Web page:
Blissful Scouting and Wild Penstemon Chases

It has been one crazy month here in the Colorado State Office, since my first blog post. The rest of May was a blur of trips to the Western Slope, monitoring all sort of rare plants. We determined that our crew visited/worked in all the Colorado Counties bordering Utah in less than 30 days – quite a feat on our part! My crew took part in monitoring Oreocarya revealii in southwest Colorado, to searching for Penstemon grahamii and Penstemon scariosus var. albifluvis up in the Northwest corner of the state.

A rare and newly described species from southwest Colorado (Dolores and San Miguel counties), Oreocarya revealii. A Boranginaceae family member, this is more commonly known as Gypsum valley cat-eye, named for the bright yellow center of the flower. It is found with a wonderful association of a gray cryptobiotic lichen, one I wish I knew more of.  Photo: B. Palmer

This little plant is Penstemon grahamii, a Uinta/Piceance Basin-endemic plant limited living on calcareous shale of the Green River Formation, as you can see in the picture. This little plant has been involved in various lawsuits to get it listed as an endangered species. Photo: B. Palmer

The beautiful beardtongue known as Penstemon scariosus var. albifluvus. Along with P. grahamii, this one is also found around northwestern Colorado on rocky shale areas and steep slopes. This is a newly added species into the monitoring program in Colorado. Photo: B. Palmer

I realize that many CLM interns may understand the importance of monitoring, however, I know my blog reaches a broader audience of friends and family that may not understand why I care about rare plant monitoring. For those of you that don’t quite understand the mechanics of it all, I will attempt to sum it up for you in a concise matter…why should we care about that little Penstemon found only on the Uinta Basin? Or how about the tiny cactus endemic to only a small portion of Colorado and Utah? A long, winding story cut short, they are part of something bigger. Because these plants are rare, and found only in special conditions filling unique niches, by definition they are more susceptible to the changes humans have brought on since the 1500s. They (along with other common species) are influenced through habitat loss and degradation, over-exploited land resources, and even the introduction of invasive, highly competitive species. This may lead to the extinction of species. Of course, extinction may be a standard process that affects every living species on this planet. But when extinctions happen at the abnormally high rate it has, we risk losing what I hope we hold dear to our hearts – healthy land. So why care about plant conservation? These plants help make our world more diverse, and that biodiversity is an undermining key of all functioning ecosystems. If we lose biodiversity, we lose a healthy planet. We don’t only monitor plants for the sake of being loving plant nerds in the first place, but because we care about the future of our land.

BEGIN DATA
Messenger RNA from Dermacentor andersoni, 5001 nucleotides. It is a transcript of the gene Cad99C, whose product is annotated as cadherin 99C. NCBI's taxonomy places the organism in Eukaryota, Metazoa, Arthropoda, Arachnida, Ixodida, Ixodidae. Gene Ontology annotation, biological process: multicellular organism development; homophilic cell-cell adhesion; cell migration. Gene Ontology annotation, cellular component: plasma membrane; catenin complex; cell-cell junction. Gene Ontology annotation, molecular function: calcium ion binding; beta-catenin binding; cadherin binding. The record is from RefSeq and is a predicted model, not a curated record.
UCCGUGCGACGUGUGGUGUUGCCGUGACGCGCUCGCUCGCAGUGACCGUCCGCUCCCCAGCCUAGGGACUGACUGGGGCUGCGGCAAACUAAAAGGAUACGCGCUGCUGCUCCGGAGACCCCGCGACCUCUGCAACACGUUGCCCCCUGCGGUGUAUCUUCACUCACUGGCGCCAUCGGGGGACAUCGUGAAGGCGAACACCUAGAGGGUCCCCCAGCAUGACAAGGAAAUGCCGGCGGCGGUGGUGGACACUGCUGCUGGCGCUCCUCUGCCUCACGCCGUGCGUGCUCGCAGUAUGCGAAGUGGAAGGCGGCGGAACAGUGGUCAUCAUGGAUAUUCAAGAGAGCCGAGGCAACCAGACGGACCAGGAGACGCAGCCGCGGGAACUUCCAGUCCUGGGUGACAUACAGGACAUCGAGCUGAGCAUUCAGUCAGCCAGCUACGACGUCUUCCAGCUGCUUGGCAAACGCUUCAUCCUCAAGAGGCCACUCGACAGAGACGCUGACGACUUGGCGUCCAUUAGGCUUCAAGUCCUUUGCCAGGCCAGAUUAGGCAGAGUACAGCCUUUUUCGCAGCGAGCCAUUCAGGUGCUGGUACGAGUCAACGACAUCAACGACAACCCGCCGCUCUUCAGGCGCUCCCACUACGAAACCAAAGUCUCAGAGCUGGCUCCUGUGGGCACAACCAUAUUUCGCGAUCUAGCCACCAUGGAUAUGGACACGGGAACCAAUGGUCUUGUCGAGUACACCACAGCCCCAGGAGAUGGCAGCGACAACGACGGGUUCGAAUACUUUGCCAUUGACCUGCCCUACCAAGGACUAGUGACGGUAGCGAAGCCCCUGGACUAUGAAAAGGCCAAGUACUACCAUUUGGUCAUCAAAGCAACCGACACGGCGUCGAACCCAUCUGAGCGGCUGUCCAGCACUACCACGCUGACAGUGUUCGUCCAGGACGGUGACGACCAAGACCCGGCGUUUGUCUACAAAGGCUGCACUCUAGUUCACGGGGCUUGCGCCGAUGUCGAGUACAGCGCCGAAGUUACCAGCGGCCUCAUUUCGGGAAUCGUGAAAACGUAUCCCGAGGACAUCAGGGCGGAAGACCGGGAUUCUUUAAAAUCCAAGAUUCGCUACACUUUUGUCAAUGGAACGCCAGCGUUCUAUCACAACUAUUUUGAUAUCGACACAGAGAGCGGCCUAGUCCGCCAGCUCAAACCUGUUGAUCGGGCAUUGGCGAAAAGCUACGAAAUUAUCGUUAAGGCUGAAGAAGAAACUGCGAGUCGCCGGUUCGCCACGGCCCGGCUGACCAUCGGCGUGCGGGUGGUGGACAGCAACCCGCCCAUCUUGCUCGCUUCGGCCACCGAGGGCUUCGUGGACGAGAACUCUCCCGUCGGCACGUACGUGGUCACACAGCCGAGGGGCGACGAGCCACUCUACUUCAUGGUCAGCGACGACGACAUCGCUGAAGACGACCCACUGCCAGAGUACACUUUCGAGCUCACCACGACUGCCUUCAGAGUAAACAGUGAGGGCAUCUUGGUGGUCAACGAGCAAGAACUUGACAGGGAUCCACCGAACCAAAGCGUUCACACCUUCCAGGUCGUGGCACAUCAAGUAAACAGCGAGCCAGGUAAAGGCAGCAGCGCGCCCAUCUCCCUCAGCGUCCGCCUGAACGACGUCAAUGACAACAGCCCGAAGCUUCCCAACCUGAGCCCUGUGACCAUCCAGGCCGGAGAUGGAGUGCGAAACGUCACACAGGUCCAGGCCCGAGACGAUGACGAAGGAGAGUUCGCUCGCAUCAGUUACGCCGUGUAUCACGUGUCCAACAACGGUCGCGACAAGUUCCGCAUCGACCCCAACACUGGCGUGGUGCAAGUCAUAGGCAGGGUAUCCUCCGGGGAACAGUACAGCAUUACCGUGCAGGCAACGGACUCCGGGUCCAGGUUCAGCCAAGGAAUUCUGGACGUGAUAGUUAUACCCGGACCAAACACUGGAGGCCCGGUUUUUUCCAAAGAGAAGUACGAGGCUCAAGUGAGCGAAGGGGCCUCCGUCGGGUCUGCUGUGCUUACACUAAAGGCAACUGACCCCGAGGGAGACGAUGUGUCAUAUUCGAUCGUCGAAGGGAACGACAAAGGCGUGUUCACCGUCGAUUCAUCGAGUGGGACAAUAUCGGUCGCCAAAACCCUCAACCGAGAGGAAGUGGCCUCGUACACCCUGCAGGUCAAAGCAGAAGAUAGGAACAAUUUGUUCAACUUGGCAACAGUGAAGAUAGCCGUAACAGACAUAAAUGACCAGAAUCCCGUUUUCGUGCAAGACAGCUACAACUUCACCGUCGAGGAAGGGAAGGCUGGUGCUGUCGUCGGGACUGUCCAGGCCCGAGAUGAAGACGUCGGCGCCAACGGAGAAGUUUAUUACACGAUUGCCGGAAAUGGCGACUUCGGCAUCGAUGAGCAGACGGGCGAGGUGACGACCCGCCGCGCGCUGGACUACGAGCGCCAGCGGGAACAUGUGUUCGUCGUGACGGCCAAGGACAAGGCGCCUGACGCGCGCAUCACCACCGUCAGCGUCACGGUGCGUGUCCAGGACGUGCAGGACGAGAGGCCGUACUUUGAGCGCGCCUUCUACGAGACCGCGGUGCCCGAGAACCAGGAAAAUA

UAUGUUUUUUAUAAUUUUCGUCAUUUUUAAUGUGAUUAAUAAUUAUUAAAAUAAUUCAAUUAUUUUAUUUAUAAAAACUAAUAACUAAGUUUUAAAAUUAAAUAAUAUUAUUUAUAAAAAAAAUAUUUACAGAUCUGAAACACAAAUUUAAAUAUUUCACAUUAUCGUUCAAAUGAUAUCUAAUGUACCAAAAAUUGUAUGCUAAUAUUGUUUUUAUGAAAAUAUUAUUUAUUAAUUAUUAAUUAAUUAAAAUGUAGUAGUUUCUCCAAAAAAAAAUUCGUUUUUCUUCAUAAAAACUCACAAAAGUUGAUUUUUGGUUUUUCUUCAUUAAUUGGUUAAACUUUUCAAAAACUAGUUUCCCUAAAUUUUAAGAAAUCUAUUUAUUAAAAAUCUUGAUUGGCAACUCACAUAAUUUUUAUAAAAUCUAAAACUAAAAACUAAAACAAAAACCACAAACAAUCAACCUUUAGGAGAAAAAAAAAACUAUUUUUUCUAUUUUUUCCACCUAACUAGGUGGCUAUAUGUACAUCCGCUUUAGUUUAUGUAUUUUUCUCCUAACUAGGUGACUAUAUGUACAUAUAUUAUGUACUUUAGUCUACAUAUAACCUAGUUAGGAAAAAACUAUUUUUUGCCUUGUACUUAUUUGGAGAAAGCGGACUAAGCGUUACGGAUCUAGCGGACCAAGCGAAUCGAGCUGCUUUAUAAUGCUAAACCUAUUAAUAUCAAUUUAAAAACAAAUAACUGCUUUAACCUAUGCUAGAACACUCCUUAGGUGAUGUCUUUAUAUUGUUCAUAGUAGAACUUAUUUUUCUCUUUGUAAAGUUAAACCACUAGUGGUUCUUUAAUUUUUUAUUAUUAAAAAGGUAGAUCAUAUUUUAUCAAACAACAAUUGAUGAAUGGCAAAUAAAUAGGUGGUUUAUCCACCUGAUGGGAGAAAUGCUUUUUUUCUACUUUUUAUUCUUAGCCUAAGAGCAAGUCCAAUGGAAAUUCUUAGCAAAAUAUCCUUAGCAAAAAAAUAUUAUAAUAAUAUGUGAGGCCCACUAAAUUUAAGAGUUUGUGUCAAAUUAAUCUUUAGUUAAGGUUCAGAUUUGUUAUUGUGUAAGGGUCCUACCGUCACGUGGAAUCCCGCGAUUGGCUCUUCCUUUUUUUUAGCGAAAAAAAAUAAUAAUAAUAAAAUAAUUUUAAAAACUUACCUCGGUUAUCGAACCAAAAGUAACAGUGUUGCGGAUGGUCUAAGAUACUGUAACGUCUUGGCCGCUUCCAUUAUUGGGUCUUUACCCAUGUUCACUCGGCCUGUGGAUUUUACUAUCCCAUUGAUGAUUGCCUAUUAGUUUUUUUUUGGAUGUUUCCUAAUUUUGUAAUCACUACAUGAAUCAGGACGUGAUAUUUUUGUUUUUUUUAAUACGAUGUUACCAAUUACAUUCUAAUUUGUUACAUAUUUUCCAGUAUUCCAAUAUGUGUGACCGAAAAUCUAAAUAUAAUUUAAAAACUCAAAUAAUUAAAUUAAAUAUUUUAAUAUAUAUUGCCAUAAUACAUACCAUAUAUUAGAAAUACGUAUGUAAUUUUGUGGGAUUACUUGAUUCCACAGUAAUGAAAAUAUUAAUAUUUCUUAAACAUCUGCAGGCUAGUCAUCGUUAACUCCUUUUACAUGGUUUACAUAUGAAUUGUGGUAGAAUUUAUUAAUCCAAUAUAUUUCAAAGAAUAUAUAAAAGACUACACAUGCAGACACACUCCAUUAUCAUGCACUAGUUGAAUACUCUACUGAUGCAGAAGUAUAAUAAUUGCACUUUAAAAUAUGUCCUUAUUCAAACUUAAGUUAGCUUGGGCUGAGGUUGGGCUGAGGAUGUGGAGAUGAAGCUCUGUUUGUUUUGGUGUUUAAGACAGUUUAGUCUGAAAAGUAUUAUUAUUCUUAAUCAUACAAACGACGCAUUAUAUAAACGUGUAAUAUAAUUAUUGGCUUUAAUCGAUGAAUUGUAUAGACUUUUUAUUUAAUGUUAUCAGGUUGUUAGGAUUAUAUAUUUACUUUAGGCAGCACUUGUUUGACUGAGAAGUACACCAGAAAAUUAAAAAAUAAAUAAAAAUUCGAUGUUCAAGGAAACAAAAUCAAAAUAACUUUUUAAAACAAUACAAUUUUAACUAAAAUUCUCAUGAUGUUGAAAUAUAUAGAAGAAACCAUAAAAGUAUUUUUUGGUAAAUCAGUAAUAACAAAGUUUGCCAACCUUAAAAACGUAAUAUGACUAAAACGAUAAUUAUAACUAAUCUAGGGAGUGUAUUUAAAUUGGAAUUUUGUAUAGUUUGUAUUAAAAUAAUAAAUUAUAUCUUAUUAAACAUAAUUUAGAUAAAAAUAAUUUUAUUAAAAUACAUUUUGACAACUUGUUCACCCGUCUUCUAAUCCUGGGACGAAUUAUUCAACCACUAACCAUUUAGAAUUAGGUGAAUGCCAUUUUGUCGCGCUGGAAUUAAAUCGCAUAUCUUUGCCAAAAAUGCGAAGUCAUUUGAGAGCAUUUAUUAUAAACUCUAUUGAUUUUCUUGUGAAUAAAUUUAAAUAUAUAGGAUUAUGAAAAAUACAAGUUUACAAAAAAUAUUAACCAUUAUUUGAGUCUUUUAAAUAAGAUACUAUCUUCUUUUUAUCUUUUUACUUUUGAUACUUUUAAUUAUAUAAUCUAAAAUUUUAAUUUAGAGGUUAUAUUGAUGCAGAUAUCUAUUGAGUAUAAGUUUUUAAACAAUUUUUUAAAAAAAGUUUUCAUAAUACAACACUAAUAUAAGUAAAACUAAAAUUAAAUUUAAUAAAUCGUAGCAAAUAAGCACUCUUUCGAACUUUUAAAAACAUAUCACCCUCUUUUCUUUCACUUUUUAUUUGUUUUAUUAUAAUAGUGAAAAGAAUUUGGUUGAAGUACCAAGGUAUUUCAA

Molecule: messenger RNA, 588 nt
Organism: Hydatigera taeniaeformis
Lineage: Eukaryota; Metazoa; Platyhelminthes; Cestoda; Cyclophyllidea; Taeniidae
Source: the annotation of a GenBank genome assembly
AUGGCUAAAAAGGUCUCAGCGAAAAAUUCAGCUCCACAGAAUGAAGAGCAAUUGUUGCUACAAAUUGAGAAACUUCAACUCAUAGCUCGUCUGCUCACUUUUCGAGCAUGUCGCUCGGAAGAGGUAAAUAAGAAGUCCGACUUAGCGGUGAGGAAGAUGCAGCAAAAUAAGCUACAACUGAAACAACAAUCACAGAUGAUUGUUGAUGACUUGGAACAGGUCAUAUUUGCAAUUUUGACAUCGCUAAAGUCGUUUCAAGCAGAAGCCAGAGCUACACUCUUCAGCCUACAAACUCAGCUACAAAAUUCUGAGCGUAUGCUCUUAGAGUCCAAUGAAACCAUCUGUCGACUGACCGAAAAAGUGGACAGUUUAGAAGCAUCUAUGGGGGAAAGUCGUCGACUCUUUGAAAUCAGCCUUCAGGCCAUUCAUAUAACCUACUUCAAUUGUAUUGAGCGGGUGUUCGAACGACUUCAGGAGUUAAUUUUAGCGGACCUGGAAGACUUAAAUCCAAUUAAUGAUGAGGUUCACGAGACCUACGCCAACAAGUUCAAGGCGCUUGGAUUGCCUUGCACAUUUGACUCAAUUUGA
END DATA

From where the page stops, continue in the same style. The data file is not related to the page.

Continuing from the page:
Now stepping off my little soapbox, monitoring some of these rare plants can be hard work, and often enough, finding these populations is no easy feat…a “wild goose chase” if you will, or rather, more often it was a “wild penstemon chase.” As I may have mentioned in my previous post, we search for new populations to monitor through Element Occurrence Records (EOR’s), based on natural heritage surveys. Sometimes it took us on to steep mountainsides. On top of climbing up mountainsides in the dry heat, we must keep the integrity of our research pure, our confident intervals high, and follow protocols to the best of our abilities.